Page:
For example, the opportunity to use time constructively and to practice management skills with oppor­tunities for “do-overs” is the bedrock of an innovative curricular approach to values-based decision making called Giving Voice to Values. Sponsored by the Aspen Institute and the Yale School of Management, it is being piloted in more than two dozen institutions globally. The curriculum links implementation to personal commitment and self-awareness. Drawing both on the actual experiences of business practitioners and on social science and management research, Giving Voice to Values fills a long-standing and critical gap in business education by expanding the definition of what it means to teach values and business ethics. Rather than focusing on ethical analysis, this new curriculum poses the questions, What if you, as a business leader, were going to act on your values? What would you say and do? How could you be most effective? And it provides opportunities to build the capacity for values-based leadership, by giving students opportunities to practice articulating their ideas and action plans in front of their peers.

Stakeholders and Sustainability
For as long as I have been involved in management education, critics have decried the “silo-ing” of management knowledge; that is, the artificial and counter­productive separation of accounting, operations, marketing, and finance. Similarly, for decades, there has been a call for greater attention to diverse stakeholder perspectives, both internal and external, in business decision making. And the growing interest in business sustainability recognizes the short life span of many companies, as well as their damaging impact on social and ecological systems. But these concerns have had little influence, until now, on the overall structure of the typical MBA curriculum.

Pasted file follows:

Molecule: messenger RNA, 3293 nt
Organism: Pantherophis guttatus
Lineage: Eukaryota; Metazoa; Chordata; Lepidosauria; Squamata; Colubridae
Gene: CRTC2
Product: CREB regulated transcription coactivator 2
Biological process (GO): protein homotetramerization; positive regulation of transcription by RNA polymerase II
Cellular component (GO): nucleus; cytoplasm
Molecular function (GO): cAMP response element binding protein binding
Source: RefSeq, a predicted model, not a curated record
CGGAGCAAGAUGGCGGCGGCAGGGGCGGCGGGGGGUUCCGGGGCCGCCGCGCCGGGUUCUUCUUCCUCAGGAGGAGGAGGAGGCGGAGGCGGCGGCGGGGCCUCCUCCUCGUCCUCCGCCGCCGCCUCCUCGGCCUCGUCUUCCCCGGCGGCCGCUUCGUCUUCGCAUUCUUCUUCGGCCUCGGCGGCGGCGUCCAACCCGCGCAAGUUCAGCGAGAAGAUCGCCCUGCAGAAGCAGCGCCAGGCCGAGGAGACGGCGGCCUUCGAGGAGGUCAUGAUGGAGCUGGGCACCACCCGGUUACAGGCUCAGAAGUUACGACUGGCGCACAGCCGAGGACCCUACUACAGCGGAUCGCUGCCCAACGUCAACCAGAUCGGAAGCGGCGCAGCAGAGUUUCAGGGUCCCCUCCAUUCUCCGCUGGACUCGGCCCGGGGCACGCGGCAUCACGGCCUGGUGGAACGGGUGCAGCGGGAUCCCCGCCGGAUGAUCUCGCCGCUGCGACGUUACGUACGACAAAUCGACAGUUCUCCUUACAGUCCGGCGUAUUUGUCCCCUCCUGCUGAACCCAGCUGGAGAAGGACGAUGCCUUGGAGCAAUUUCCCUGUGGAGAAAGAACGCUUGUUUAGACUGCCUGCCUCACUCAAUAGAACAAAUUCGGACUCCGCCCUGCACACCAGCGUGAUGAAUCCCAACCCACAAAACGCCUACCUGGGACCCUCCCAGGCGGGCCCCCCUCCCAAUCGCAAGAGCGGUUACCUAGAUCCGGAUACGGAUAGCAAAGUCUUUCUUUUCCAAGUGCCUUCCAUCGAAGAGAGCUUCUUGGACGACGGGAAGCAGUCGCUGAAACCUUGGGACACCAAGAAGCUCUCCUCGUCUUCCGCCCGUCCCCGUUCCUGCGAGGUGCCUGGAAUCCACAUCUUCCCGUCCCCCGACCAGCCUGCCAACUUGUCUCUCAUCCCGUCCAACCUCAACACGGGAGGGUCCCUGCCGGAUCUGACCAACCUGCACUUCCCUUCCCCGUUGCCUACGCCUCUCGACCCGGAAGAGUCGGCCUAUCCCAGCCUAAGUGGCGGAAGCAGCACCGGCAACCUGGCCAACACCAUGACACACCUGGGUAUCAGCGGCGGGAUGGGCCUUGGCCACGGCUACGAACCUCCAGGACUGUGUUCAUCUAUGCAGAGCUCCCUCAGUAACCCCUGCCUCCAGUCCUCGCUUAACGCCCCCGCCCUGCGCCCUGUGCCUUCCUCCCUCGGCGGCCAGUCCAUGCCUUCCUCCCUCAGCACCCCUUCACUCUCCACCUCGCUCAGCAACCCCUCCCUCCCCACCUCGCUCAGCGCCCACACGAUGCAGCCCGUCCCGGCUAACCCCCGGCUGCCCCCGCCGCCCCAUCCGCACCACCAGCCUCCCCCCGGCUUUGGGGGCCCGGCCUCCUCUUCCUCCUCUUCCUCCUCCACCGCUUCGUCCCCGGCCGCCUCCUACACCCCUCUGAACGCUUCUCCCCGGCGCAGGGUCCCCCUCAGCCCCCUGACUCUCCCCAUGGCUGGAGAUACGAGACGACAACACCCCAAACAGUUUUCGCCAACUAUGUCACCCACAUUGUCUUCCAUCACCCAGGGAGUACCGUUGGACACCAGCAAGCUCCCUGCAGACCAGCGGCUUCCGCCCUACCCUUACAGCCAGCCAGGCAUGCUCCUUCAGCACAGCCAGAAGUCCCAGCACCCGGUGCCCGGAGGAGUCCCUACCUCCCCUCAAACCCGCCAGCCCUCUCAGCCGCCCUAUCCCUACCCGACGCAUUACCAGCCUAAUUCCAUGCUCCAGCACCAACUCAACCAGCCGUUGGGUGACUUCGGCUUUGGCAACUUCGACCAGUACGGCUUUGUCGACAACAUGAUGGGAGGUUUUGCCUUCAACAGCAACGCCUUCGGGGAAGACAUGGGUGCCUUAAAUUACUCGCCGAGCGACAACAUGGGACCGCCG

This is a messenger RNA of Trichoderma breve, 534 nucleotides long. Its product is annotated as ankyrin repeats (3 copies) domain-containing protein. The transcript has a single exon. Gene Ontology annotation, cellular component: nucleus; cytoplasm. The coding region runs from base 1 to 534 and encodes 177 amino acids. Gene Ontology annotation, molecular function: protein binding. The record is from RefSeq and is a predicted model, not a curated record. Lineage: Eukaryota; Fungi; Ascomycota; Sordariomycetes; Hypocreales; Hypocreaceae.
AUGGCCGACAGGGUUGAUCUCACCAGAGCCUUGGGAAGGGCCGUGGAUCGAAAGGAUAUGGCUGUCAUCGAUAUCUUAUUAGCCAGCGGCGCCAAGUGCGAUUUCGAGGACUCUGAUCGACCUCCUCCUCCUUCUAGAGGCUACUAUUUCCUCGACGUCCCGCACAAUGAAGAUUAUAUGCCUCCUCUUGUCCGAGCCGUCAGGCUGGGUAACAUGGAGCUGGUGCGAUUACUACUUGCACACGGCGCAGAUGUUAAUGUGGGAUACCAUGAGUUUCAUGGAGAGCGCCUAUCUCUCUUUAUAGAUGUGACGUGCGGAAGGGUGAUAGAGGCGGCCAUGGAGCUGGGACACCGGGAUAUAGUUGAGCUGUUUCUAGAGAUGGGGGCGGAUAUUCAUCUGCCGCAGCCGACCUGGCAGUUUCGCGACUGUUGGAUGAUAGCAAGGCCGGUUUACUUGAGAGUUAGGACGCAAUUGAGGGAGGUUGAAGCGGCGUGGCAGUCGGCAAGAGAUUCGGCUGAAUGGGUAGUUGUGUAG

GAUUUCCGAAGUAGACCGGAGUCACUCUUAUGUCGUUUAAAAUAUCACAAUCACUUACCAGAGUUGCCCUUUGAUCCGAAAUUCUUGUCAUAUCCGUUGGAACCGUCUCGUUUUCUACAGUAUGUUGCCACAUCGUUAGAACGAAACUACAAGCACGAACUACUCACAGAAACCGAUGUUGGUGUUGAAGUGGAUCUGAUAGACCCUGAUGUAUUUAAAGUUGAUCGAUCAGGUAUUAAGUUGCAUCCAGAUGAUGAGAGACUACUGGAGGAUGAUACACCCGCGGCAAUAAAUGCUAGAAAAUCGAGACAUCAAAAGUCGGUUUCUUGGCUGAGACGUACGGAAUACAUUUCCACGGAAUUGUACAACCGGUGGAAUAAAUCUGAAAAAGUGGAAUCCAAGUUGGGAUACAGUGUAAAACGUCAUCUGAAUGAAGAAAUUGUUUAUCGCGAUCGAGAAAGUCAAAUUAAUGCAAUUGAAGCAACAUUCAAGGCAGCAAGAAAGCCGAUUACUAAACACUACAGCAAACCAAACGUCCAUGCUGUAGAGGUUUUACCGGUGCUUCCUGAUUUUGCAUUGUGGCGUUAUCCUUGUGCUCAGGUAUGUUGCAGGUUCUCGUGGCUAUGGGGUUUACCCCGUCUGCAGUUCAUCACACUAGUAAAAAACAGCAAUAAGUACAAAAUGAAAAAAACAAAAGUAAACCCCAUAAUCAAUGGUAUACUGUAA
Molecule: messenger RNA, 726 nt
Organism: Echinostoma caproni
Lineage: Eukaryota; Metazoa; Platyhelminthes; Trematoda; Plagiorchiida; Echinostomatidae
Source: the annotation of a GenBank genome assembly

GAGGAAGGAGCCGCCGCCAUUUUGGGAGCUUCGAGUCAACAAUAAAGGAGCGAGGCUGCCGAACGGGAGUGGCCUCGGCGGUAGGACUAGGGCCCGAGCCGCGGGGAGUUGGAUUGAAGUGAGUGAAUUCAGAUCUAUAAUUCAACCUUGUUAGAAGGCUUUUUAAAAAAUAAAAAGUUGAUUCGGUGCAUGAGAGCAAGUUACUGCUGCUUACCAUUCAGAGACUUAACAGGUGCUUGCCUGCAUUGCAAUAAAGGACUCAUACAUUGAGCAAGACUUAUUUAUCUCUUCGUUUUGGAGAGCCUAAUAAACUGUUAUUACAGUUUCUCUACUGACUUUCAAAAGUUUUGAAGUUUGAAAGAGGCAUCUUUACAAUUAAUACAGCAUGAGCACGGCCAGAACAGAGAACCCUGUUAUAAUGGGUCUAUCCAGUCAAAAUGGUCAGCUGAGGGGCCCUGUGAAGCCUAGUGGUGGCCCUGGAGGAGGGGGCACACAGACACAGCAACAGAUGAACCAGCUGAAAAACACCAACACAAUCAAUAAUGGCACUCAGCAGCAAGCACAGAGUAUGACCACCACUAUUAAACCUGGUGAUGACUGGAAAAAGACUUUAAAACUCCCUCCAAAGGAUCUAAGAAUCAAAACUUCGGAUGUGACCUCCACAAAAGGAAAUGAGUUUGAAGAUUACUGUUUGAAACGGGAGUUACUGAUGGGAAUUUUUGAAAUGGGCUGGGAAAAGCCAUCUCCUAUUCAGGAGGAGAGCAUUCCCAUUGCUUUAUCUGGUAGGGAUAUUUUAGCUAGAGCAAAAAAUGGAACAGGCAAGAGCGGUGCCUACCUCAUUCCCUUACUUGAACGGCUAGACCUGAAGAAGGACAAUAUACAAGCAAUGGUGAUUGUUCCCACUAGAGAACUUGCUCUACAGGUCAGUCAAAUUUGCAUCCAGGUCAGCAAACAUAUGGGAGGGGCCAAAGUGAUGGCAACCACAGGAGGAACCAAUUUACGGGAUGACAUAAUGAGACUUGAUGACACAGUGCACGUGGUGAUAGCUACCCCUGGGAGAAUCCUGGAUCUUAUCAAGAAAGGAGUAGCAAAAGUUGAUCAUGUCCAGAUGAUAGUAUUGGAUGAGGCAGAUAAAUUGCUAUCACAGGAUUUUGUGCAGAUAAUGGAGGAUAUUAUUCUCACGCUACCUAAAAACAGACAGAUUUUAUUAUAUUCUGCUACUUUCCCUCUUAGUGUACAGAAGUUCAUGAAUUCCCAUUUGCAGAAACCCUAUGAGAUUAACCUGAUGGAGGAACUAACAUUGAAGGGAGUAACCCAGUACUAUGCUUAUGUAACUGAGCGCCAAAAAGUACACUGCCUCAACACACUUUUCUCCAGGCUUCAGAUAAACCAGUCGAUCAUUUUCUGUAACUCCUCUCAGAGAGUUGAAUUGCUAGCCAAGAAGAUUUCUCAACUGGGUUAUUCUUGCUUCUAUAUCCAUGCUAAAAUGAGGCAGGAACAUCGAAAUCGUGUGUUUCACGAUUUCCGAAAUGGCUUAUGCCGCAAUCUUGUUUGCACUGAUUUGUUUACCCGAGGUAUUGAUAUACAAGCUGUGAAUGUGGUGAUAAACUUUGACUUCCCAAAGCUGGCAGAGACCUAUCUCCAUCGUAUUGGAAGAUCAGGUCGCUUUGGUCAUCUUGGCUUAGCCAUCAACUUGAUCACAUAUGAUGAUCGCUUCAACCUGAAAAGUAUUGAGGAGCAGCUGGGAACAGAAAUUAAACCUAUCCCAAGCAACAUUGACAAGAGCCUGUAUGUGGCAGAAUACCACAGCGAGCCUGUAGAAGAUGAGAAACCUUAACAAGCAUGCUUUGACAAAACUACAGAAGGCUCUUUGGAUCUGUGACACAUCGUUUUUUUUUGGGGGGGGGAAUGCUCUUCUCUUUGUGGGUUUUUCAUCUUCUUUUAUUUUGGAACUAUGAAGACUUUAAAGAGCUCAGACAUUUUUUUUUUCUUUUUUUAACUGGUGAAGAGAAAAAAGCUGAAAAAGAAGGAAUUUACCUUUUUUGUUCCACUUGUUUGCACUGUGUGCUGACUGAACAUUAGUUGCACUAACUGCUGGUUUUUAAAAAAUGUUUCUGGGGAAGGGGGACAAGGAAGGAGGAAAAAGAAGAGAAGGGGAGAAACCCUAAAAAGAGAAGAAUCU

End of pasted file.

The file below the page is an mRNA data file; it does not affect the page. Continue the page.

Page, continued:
Every few decades, however, a wave of curriculum review and reform sweeps through business schools, and that seems to be happening now. Under way are some striking efforts to address concerns about silo-ing, lack of broader perspectives, and, in particular, unsustainability. A number of schools are developing systematic ways to incorporate the views and interests of multiple stakeholders, including investors, employees, and the community at large, into the decision-making processes and frameworks that they teach their students. The sustainability idea, which was originally associated with the natural environment, is now linked with broader social impacts and covers topics such as microlending in developing regions, maintaining respectful relationships with the communities in which a company locates its facilities, and taking care in handling the personal infor­mation of a company’s customers. Sustainability has become a popular way to frame a commitment to managing for the long term, allowing for more discussion of the risks associated with the now-prevalent short-term, quarter-by-quarter managerial emphasis. Discussions of sustainability also offer an explicit opportunity to talk about a corporate purpose that goes beyond maximizing shareholder profit.